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Mature Buddleia Advice

Hi all,

Was hoping to get some advice on a 25+ year old buddleia i have. Please bear with me as its a bit of a story! :smile: 

Its been a small tree for years and i usually prune it back the same amount each year and it puts on an amazing show every summer. However, the pruning back every Spring used to take a good 3 hours as the thing was so tall and it was a real chore, so i decided to gradually reduce the height of the mature branches each year - starting last year. (I previously had another 30 year old buddleia that was well over mature and when i tried to cut it down drastically, the entire thing died, so i figured doing things gradually with this one might be the safer option!). So, things were great after pruning. Id taken all the new growth off from the previous year (beg of March) and also taken a chunk of the older wood off too (end of April), literally reducing the height of the entire bush by half. New growth started appearing lower down on the mature branches and some at the base of the tree which had never happened before so i took this as a good sign, that there was some good energy at the base. However, a couple of months later, i noticed that one of the thickest, oldest branches had some fungus growing on it. Despite that, there was still plenty of healthy growth on it so i let it be. But by the time the heatwave set in, i realised the entire branch had died and killed off all the new growth. I sawed it off right to the base and the rest of the buddleia did fine for the remainder of the year, though there weren't quite as many flowers as usual, probably due to pruning it hard once in March and again end of April. The flowers were some of the healthiest i'd seen from that plant though, so i was happy.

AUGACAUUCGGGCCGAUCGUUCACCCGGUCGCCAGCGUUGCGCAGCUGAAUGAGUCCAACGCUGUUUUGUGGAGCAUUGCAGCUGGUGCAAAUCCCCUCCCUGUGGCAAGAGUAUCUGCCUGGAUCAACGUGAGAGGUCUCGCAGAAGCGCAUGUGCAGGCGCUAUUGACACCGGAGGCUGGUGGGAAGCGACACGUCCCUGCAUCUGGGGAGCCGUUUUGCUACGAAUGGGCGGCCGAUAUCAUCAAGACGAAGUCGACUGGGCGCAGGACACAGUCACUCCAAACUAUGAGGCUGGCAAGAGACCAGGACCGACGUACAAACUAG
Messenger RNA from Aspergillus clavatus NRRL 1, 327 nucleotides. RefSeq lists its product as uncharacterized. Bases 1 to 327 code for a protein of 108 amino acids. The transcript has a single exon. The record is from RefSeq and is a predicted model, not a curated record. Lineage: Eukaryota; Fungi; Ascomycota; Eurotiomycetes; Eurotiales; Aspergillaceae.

Now, ive had a look at it today and just chopped the top off for now, hoping to reduce the older branches by another 30cm or so when we get a bit of drier weather, and ive found another mature branch at the back with some jelly fungus and then lower down, with what appears to be eggs. But i think these must be a fungus upon closer inspection, as some are irregularly shaped. Some sort of puffball? They are very tiny and both types of fungii are on the same branch in different places. Can anyone confirm this for me?